England’s head coach Eddie Jones has attempted to undermine Wales’ Grand Slam attempt by declaring they must face Ireland while suffering from fatigue.
Warren Gatland’s men will be crowned Guinness Six Nations champions if they prevail at the Principality Stadium in the second of tomorrow’s three fixtures.
But England are waiting to pounce knowing that if Wales falter then victory over Scotland in the finale to the tournament at Twickenham would propel them to the title.
Jones has ramped up the pressure by insisting resurgent Ireland are ready to capitalise on Welsh weariness.
“I’m just saying what I see and I see a team that’s looking tired. It’s tough. You can see they’re getting tired,” Jones said.
“They have made more tackles than anyone else in the tournament and they are playing against an Ireland side that seems to be peaking at the right time.
“Ireland have had a few players off the pace, which happens. Johnny Sexton and Conor Murray have been off the pace a little bit, but now they look like they’ve got their mojo back.
“They’re working well together. It was quite evident in the last game that their relationship was stronger than it has been for a while.
“You’ve got Garry Ringrose playing well, Peter O’Mahony coming back. James Ryan went through a little bit of... he was the star and everyone targeted him.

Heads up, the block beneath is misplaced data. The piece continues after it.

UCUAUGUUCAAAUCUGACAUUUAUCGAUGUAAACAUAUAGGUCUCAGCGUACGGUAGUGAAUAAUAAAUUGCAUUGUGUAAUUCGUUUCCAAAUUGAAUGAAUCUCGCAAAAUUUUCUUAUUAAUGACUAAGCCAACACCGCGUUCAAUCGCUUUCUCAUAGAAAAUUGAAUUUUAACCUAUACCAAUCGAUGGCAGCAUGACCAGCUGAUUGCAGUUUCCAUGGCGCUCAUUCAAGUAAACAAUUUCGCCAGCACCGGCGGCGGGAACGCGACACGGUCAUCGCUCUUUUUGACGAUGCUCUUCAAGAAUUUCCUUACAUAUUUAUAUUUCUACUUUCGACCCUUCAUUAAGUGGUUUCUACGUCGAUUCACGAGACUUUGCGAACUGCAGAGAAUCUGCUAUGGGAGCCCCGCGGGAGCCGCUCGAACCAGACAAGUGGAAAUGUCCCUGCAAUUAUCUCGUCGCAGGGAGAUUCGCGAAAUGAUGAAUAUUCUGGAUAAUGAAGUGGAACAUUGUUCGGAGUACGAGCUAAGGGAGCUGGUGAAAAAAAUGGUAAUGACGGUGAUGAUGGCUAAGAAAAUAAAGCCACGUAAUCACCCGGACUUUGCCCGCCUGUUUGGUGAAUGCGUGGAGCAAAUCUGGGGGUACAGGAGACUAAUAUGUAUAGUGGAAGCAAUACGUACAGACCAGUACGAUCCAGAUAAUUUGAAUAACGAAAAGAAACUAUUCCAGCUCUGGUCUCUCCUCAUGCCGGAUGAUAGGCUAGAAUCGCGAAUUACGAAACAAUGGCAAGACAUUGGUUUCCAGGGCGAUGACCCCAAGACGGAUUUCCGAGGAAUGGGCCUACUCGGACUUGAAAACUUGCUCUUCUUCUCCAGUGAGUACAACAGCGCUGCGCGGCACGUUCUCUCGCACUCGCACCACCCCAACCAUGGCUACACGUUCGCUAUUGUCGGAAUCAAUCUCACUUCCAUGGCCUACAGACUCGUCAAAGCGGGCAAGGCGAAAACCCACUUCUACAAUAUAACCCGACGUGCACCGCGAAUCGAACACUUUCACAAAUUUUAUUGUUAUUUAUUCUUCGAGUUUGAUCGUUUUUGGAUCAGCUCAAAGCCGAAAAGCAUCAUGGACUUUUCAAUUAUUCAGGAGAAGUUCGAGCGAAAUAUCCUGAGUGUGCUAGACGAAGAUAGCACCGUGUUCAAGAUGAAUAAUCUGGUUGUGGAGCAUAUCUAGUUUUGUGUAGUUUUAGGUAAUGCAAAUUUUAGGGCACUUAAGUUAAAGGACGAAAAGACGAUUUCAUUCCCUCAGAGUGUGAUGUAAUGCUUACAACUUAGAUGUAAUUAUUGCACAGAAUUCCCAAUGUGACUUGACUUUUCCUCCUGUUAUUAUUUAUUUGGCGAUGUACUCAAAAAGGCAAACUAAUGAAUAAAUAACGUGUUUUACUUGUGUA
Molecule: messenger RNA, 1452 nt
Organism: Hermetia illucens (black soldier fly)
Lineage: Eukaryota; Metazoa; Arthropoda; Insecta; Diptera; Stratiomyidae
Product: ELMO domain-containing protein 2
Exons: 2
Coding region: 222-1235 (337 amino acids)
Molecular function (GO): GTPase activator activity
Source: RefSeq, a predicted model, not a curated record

“Now he’s finding his feet again. They’re in a good spot and they’ve got a lot to prove in the last game.”
Gatland hit back by pointing out that it’s actually England who have made most tackles in the tournament – 793 compared to Wales’ 660.
“What the hell is Eddie Jones doing talking about our game? If it was me I’d be concentrating on playing Scotland,” joked Gatland.
“If you look at the stats England have made a hell of a lot more tackles than us in this tournament. My advice to Eddie is to concentrate on the Scotland match.”
Wales are bidding for a third Grand Slam under Gatland, which would be a record for any Five or Six Nations coach if his players accomplish it.
It would also leave them in great shape six months before their World Cup challenge in Japan.
“I pride myself on the record I’ve had in big matches when it has really mattered,” added Gatland ahead of his final Six Nations game as Wales head coach before he steps down later this year. “I even get more of a buzz when people write us off, which has happened on a number of occasions before.
“It’s about building belief and confidence in the players. We’ve worked in the (Six Nations) down weeks and we’ve trained as hard as any team I have seen.
“We’ve put that training in the bank, and there is no way anyone is training as hard as us in this Six Nations. If you want something bad enough and you really believe it can happen then it often does.”